Alright, let’s get this review of Star Trek vs. Transformers issue #5 over with.
Issue five of a one-issue idea that throws the classic, Original Series crew of the starship Enterprise (here in their Animated Series incarnations from the early 70s) up against (also classic) Generation One-era Autobots and Decepticons (plus a handful of anachronistic modern ‘bots), and where are we with everything?
Given that the IDW Transformers-verse has just run through its apocalyptic endgame with the Unicron mini-series, this last throwaway issue of a non-canon story remains a passable diversion but nothing of any real substance. There’s a line of thought that says if you hear actors on press tours for a new movie talk about how much ‘fun’ they had making it, there’s a strong chance the actual movie will be anything but.
Here, we have some open fondness on the behalf of writers John Barber and Mike Johnson for their source material – pepperings of in-jokes and references that one would expect from one of the creative masterminds of the last seven years of comics, alongside some fan-pleasing meta-references like making actual use of cartoon series animation error turned legit character Acid Storm – but overall this has been a disappointingly slight mini-series with nothing of note to recommend it beyond mild crossover interest.
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To quickly conclude the story – Captain Kirk is commanding Fortress Maximus, here taking the form of a second Enterprise for reasons that are, well, reasons, in hot pursuit of the Decepticons, who themselves are in hot pursuit of Starscream, who has taken it upon himself to conquer the Klingon homeworld because of more of the aforementioned reasons.
After Starscream smashes a few buildings and declares himself Emperor, Megatron and the lads show up for a quick ruckus while Optimus Prime and Kirk debate the best way to tackle this potentially politically disastrous situation. We’re getting the more infuriating side of Prime here – not the badass veteran warrior who once blasted three Decepticons while cartwheeling over their heads mid-transformation, more the staid, morally-paralysed earlier version of the character who once allowed his enemies to blow him up because some civilians died in a computer simulation he was trapped in. No, really.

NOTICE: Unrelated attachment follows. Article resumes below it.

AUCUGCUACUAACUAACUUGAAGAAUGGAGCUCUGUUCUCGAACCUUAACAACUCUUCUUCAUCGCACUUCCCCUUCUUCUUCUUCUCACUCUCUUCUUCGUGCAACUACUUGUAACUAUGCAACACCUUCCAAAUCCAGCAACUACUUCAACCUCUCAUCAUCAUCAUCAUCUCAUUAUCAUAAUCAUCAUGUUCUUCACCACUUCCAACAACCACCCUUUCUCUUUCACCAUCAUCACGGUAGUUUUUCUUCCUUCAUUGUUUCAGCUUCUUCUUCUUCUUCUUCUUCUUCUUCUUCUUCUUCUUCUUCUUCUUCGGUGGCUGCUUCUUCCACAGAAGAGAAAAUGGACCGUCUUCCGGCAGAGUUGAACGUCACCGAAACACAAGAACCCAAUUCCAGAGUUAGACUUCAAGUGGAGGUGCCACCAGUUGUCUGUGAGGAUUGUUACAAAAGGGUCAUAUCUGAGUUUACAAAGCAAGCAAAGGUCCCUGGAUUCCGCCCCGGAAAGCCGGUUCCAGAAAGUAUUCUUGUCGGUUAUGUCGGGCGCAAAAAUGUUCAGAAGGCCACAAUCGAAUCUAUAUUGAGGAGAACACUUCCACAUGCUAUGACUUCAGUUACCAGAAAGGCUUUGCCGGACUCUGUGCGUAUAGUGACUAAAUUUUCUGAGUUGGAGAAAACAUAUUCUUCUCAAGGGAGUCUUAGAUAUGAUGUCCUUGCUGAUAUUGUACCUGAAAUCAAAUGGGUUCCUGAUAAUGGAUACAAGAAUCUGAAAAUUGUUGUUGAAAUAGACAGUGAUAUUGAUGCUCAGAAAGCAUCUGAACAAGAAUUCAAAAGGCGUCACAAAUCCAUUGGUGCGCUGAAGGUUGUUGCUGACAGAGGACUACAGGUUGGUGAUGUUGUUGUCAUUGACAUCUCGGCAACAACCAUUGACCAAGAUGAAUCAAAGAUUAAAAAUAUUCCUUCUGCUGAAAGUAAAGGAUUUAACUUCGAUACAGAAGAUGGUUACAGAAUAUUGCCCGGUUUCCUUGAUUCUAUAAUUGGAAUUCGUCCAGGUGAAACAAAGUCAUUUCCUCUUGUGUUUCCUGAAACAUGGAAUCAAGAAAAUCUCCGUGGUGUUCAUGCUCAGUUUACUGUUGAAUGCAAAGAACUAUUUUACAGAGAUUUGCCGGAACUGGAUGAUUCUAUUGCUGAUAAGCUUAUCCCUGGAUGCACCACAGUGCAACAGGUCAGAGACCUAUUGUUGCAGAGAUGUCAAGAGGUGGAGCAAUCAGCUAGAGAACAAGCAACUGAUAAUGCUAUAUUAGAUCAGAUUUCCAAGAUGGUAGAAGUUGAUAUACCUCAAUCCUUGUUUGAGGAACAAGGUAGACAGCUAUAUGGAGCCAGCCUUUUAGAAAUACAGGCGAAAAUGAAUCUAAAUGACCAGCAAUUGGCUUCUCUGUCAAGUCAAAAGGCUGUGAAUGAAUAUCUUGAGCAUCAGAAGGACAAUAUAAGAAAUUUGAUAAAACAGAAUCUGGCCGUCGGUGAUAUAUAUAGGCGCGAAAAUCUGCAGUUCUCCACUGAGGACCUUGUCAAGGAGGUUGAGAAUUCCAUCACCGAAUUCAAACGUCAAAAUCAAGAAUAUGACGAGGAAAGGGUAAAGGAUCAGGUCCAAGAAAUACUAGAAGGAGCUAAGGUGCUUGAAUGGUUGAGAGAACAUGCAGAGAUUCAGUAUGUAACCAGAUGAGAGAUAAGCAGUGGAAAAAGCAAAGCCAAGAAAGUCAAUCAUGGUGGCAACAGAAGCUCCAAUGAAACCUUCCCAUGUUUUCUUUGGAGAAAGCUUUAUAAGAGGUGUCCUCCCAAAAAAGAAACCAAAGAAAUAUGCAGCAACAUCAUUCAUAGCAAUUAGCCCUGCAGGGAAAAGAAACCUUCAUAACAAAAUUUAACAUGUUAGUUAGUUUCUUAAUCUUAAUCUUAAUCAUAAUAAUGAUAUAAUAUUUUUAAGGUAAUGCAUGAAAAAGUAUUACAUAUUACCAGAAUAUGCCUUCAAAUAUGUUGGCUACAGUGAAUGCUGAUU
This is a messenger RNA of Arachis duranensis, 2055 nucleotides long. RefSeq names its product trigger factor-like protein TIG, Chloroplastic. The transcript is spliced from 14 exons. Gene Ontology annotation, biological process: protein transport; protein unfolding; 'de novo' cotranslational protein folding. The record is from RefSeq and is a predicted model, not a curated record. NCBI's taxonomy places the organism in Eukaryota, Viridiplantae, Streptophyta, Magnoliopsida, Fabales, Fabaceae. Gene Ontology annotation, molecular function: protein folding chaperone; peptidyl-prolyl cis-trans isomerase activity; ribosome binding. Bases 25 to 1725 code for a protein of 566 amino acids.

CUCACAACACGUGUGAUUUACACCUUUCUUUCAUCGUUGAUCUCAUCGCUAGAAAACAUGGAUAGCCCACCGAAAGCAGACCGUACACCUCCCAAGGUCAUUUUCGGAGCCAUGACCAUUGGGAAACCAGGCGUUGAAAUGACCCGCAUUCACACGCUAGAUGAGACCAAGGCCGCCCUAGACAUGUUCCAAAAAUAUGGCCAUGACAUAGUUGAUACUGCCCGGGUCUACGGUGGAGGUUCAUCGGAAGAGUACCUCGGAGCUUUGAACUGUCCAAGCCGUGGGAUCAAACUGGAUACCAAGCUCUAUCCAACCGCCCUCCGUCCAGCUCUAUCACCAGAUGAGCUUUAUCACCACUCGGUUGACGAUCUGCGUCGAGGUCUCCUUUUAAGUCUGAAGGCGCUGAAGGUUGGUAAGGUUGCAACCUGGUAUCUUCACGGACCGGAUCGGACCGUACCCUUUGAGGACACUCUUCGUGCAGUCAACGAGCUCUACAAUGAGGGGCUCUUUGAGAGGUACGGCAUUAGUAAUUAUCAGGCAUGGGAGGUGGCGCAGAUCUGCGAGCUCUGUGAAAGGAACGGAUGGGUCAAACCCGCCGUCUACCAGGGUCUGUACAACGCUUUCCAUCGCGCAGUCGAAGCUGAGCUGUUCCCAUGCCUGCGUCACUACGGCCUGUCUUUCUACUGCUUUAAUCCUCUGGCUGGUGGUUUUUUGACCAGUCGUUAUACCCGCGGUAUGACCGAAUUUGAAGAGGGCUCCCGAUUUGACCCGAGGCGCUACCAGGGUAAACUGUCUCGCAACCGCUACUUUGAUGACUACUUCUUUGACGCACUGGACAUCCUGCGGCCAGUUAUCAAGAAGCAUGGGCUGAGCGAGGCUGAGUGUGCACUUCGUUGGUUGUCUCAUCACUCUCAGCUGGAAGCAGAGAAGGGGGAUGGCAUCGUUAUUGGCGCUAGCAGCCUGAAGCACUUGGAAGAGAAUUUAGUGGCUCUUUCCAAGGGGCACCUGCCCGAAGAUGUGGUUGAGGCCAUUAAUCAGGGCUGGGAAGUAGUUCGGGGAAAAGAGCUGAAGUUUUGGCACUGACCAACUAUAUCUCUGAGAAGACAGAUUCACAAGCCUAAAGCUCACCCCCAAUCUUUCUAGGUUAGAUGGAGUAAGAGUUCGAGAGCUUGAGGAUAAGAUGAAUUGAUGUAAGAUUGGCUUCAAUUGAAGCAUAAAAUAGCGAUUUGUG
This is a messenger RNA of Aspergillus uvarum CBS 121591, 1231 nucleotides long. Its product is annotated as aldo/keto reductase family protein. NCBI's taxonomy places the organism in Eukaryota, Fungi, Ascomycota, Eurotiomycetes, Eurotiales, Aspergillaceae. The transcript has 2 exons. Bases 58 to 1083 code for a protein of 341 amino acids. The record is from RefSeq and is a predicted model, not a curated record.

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With a plan in place, Optimus and the Enterprise crew show up with some hastily-created robot power armour suits for the Federation characters, and a timely intervention by the Klingons swings the tide and leaves Megatron imprisoned. With a fragile peace brokered between Empire and Federation, the Enterprise and Autobots go their separate ways, though not before a cheesy final line as Kirk mashes up both franchise’s famous sayings as an epithet.
I mean, I know on one hand I’m being harsh on what was clearly a bit of a laugh, and I know I’m in a minority as apparently high sales prompted the extension of the story from four issues to five, but I can only recommend this to completionists and uberfans. On merit alone, IDW have produced better crossovers than this, with higher stakes and more engaging writing. Perhaps contractual restrictions meant there was very little that could be done with the Trek-verse characters, or maybe the sense of padding throughout the story is testament to the thin original concept. Either way, it’s done now, and I can get back to mourning Lost Light and the other excellent series I’ve lost now that Unicron is finished.